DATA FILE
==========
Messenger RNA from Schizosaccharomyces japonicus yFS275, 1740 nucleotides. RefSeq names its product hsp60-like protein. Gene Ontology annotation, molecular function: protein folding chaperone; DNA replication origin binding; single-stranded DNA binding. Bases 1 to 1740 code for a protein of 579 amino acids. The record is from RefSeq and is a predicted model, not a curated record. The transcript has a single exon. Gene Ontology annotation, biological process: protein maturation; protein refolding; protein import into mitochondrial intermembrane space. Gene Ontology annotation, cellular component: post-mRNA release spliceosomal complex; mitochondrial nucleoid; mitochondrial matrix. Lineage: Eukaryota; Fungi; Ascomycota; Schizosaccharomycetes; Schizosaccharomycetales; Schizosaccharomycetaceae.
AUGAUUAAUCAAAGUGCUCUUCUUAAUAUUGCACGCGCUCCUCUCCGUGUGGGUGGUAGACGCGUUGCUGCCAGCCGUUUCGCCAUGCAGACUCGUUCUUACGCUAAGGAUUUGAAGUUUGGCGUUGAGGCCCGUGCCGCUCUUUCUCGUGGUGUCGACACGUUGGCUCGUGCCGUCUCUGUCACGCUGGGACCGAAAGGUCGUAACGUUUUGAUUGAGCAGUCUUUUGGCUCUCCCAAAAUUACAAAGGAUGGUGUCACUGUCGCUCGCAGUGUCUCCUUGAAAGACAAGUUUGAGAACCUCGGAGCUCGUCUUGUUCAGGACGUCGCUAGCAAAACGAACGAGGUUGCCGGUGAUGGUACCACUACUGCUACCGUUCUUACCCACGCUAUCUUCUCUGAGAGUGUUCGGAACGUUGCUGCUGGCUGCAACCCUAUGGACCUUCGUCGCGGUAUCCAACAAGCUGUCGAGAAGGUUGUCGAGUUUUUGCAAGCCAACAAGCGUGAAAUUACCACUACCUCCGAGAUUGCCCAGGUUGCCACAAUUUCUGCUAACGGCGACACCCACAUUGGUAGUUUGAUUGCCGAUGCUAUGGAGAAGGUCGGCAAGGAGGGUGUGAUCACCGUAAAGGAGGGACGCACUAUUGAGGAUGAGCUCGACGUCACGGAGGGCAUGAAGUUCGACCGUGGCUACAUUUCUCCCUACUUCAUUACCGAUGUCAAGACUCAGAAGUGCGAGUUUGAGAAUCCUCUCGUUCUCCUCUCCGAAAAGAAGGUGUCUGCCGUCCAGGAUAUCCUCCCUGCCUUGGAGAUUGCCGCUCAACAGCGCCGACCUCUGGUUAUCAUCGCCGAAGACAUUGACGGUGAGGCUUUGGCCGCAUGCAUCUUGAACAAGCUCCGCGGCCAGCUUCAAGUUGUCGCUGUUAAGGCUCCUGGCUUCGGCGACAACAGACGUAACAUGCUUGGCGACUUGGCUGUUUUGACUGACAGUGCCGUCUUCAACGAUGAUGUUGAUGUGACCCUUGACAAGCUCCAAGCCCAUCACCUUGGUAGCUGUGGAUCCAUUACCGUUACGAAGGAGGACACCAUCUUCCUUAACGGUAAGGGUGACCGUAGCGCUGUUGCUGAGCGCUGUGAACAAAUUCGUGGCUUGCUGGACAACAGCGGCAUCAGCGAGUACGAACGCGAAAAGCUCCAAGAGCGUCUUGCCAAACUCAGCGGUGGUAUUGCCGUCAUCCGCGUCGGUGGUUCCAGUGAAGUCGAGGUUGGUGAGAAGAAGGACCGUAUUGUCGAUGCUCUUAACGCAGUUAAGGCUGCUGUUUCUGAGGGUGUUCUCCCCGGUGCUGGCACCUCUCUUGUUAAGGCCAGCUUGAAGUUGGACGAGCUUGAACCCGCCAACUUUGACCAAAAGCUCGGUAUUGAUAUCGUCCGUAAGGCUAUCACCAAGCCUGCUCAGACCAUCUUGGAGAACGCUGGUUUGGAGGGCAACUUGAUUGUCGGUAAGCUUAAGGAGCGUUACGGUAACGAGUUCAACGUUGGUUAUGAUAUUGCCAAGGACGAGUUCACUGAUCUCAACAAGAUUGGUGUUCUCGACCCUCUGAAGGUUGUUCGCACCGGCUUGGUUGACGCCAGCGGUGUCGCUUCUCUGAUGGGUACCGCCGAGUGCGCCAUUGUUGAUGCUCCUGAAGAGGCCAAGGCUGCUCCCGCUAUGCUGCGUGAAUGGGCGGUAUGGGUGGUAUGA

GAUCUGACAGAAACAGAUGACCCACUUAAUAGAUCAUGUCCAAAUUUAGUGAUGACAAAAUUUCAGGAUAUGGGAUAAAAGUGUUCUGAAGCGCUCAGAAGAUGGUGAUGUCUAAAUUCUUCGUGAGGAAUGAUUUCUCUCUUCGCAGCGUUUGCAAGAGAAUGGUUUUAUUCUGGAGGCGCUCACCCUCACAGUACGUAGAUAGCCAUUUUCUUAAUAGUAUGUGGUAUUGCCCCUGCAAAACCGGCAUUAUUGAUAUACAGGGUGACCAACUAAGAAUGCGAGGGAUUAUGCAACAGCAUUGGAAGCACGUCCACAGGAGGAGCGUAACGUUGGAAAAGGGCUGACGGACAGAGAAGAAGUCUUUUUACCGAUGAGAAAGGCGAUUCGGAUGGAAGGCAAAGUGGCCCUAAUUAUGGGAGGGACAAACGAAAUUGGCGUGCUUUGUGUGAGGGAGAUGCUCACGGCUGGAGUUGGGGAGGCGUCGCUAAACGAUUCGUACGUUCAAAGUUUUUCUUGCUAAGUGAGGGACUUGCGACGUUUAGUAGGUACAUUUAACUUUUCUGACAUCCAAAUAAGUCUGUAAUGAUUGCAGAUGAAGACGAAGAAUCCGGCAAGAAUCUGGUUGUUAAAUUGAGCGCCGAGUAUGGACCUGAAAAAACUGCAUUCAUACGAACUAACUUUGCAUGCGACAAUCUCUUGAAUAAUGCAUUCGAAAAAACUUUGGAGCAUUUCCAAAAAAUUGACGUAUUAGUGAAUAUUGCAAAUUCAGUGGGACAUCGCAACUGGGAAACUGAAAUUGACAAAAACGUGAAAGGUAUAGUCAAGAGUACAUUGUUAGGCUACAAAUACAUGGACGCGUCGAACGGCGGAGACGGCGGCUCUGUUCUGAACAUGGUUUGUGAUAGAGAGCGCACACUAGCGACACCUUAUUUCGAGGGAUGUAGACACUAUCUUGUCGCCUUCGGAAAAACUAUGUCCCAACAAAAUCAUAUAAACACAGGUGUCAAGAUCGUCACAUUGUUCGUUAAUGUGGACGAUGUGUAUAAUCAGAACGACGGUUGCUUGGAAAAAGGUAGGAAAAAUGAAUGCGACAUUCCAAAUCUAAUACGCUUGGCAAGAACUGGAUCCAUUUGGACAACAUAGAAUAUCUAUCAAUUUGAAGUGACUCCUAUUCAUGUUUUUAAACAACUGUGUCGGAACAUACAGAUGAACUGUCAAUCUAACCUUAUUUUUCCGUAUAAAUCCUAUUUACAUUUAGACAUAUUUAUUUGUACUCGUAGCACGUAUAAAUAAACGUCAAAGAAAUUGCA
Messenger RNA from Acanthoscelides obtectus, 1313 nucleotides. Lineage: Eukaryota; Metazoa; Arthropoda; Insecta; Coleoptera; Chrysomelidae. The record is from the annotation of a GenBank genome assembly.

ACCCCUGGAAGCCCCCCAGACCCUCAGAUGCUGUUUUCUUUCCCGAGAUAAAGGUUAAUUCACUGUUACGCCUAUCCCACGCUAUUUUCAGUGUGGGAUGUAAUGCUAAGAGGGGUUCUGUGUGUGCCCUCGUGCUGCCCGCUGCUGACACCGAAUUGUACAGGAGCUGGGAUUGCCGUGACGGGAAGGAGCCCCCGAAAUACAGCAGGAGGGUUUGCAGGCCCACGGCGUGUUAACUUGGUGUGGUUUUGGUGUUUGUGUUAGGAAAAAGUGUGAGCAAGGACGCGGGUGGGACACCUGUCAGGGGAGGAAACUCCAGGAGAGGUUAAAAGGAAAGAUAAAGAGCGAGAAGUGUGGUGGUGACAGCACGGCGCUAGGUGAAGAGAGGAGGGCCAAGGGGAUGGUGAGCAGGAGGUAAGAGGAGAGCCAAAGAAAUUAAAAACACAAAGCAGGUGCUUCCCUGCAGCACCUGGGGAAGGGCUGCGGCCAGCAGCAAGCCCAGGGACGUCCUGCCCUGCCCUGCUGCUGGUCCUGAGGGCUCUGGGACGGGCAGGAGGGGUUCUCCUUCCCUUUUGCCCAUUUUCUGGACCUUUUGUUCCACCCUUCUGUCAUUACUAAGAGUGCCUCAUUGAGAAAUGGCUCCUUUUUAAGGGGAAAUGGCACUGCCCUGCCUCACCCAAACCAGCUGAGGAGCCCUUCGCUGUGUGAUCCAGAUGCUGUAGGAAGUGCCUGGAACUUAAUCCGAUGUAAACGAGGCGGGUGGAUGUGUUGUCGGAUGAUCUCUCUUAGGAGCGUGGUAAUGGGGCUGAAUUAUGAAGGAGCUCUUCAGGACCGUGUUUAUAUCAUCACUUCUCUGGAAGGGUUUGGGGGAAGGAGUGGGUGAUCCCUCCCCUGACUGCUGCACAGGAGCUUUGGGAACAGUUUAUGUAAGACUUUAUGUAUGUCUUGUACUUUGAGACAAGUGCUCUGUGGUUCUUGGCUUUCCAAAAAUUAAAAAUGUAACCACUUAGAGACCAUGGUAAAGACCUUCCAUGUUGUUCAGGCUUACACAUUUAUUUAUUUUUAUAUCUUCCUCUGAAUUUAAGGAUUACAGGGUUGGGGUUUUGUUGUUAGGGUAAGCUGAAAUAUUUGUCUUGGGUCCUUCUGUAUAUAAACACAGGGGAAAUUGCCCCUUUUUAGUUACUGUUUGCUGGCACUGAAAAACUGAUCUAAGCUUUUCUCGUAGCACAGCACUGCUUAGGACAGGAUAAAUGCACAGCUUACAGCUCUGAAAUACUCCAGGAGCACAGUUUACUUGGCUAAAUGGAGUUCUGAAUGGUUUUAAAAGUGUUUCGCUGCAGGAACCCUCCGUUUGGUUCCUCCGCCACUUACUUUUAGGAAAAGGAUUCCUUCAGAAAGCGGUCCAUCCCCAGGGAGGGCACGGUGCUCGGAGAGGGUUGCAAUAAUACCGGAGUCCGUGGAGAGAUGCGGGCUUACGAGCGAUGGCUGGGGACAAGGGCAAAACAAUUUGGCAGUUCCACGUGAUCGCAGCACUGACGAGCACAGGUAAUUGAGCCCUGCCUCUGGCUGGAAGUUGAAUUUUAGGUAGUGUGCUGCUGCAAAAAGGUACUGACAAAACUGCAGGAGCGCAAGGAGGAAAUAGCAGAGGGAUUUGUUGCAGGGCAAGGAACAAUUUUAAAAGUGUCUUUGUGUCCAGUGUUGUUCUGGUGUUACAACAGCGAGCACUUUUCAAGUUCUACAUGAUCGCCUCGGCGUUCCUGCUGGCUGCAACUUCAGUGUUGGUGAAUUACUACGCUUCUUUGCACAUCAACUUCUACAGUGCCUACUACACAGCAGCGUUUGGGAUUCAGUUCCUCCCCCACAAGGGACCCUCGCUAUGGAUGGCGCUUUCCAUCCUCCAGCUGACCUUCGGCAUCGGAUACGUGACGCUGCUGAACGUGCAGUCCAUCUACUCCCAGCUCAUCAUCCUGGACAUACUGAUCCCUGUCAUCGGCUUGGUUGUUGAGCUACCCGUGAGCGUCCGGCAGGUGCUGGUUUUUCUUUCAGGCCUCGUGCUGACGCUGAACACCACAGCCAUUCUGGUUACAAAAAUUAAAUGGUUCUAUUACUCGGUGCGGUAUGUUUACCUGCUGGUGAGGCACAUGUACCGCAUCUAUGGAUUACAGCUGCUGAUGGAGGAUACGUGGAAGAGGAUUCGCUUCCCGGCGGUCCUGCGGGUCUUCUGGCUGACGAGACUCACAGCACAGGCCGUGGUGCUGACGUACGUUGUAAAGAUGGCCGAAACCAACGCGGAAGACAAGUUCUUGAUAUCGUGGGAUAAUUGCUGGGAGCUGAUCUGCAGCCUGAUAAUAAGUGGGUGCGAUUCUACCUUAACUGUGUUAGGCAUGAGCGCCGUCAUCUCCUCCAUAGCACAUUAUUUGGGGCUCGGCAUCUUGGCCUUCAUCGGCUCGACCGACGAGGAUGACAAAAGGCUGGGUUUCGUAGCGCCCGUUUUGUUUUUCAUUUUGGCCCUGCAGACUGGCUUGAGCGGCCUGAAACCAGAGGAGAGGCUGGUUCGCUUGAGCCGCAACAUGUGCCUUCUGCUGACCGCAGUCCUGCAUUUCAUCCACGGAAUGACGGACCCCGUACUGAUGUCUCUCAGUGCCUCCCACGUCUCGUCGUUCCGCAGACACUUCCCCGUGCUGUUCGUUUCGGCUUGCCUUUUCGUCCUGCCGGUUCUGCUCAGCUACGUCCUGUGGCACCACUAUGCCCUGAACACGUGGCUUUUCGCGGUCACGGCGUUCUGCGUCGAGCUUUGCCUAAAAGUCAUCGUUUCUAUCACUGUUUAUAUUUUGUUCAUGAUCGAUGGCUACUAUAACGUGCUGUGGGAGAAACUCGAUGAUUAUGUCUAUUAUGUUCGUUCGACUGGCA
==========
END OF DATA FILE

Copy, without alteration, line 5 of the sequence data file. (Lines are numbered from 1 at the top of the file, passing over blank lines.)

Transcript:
ACCCCUGGAAGCCCCCCAGACCCUCAGAUGCUGUUUUCUUUCCCGAGAUAAAGGUUAAUUCACUGUUACGCCUAUCCCACGCUAUUUUCAGUGUGGGAUGUAAUGCUAAGAGGGGUUCUGUGUGUGCCCUCGUGCUGCCCGCUGCUGACACCGAAUUGUACAGGAGCUGGGAUUGCCGUGACGGGAAGGAGCCCCCGAAAUACAGCAGGAGGGUUUGCAGGCCCACGGCGUGUUAACUUGGUGUGGUUUUGGUGUUUGUGUUAGGAAAAAGUGUGAGCAAGGACGCGGGUGGGACACCUGUCAGGGGAGGAAACUCCAGGAGAGGUUAAAAGGAAAGAUAAAGAGCGAGAAGUGUGGUGGUGACAGCACGGCGCUAGGUGAAGAGAGGAGGGCCAAGGGGAUGGUGAGCAGGAGGUAAGAGGAGAGCCAAAGAAAUUAAAAACACAAAGCAGGUGCUUCCCUGCAGCACCUGGGGAAGGGCUGCGGCCAGCAGCAAGCCCAGGGACGUCCUGCCCUGCCCUGCUGCUGGUCCUGAGGGCUCUGGGACGGGCAGGAGGGGUUCUCCUUCCCUUUUGCCCAUUUUCUGGACCUUUUGUUCCACCCUUCUGUCAUUACUAAGAGUGCCUCAUUGAGAAAUGGCUCCUUUUUAAGGGGAAAUGGCACUGCCCUGCCUCACCCAAACCAGCUGAGGAGCCCUUCGCUGUGUGAUCCAGAUGCUGUAGGAAGUGCCUGGAACUUAAUCCGAUGUAAACGAGGCGGGUGGAUGUGUUGUCGGAUGAUCUCUCUUAGGAGCGUGGUAAUGGGGCUGAAUUAUGAAGGAGCUCUUCAGGACCGUGUUUAUAUCAUCACUUCUCUGGAAGGGUUUGGGGGAAGGAGUGGGUGAUCCCUCCCCUGACUGCUGCACAGGAGCUUUGGGAACAGUUUAUGUAAGACUUUAUGUAUGUCUUGUACUUUGAGACAAGUGCUCUGUGGUUCUUGGCUUUCCAAAAAUUAAAAAUGUAACCACUUAGAGACCAUGGUAAAGACCUUCCAUGUUGUUCAGGCUUACACAUUUAUUUAUUUUUAUAUCUUCCUCUGAAUUUAAGGAUUACAGGGUUGGGGUUUUGUUGUUAGGGUAAGCUGAAAUAUUUGUCUUGGGUCCUUCUGUAUAUAAACACAGGGGAAAUUGCCCCUUUUUAGUUACUGUUUGCUGGCACUGAAAAACUGAUCUAAGCUUUUCUCGUAGCACAGCACUGCUUAGGACAGGAUAAAUGCACAGCUUACAGCUCUGAAAUACUCCAGGAGCACAGUUUACUUGGCUAAAUGGAGUUCUGAAUGGUUUUAAAAGUGUUUCGCUGCAGGAACCCUCCGUUUGGUUCCUCCGCCACUUACUUUUAGGAAAAGGAUUCCUUCAGAAAGCGGUCCAUCCCCAGGGAGGGCACGGUGCUCGGAGAGGGUUGCAAUAAUACCGGAGUCCGUGGAGAGAUGCGGGCUUACGAGCGAUGGCUGGGGACAAGGGCAAAACAAUUUGGCAGUUCCACGUGAUCGCAGCACUGACGAGCACAGGUAAUUGAGCCCUGCCUCUGGCUGGAAGUUGAAUUUUAGGUAGUGUGCUGCUGCAAAAAGGUACUGACAAAACUGCAGGAGCGCAAGGAGGAAAUAGCAGAGGGAUUUGUUGCAGGGCAAGGAACAAUUUUAAAAGUGUCUUUGUGUCCAGUGUUGUUCUGGUGUUACAACAGCGAGCACUUUUCAAGUUCUACAUGAUCGCCUCGGCGUUCCUGCUGGCUGCAACUUCAGUGUUGGUGAAUUACUACGCUUCUUUGCACAUCAACUUCUACAGUGCCUACUACACAGCAGCGUUUGGGAUUCAGUUCCUCCCCCACAAGGGACCCUCGCUAUGGAUGGCGCUUUCCAUCCUCCAGCUGACCUUCGGCAUCGGAUACGUGACGCUGCUGAACGUGCAGUCCAUCUACUCCCAGCUCAUCAUCCUGGACAUACUGAUCCCUGUCAUCGGCUUGGUUGUUGAGCUACCCGUGAGCGUCCGGCAGGUGCUGGUUUUUCUUUCAGGCCUCGUGCUGACGCUGAACACCACAGCCAUUCUGGUUACAAAAAUUAAAUGGUUCUAUUACUCGGUGCGGUAUGUUUACCUGCUGGUGAGGCACAUGUACCGCAUCUAUGGAUUACAGCUGCUGAUGGAGGAUACGUGGAAGAGGAUUCGCUUCCCGGCGGUCCUGCGGGUCUUCUGGCUGACGAGACUCACAGCACAGGCCGUGGUGCUGACGUACGUUGUAAAGAUGGCCGAAACCAACGCGGAAGACAAGUUCUUGAUAUCGUGGGAUAAUUGCUGGGAGCUGAUCUGCAGCCUGAUAAUAAGUGGGUGCGAUUCUACCUUAACUGUGUUAGGCAUGAGCGCCGUCAUCUCCUCCAUAGCACAUUAUUUGGGGCUCGGCAUCUUGGCCUUCAUCGGCUCGACCGACGAGGAUGACAAAAGGCUGGGUUUCGUAGCGCCCGUUUUGUUUUUCAUUUUGGCCCUGCAGACUGGCUUGAGCGGCCUGAAACCAGAGGAGAGGCUGGUUCGCUUGAGCCGCAACAUGUGCCUUCUGCUGACCGCAGUCCUGCAUUUCAUCCACGGAAUGACGGACCCCGUACUGAUGUCUCUCAGUGCCUCCCACGUCUCGUCGUUCCGCAGACACUUCCCCGUGCUGUUCGUUUCGGCUUGCCUUUUCGUCCUGCCGGUUCUGCUCAGCUACGUCCUGUGGCACCACUAUGCCCUGAACACGUGGCUUUUCGCGGUCACGGCGUUCUGCGUCGAGCUUUGCCUAAAAGUCAUCGUUUCUAUCACUGUUUAUAUUUUGUUCAUGAUCGAUGGCUACUAUAACGUGCUGUGGGAGAAACUCGAUGAUUAUGUCUAUUAUGUUCGUUCGACUGGCA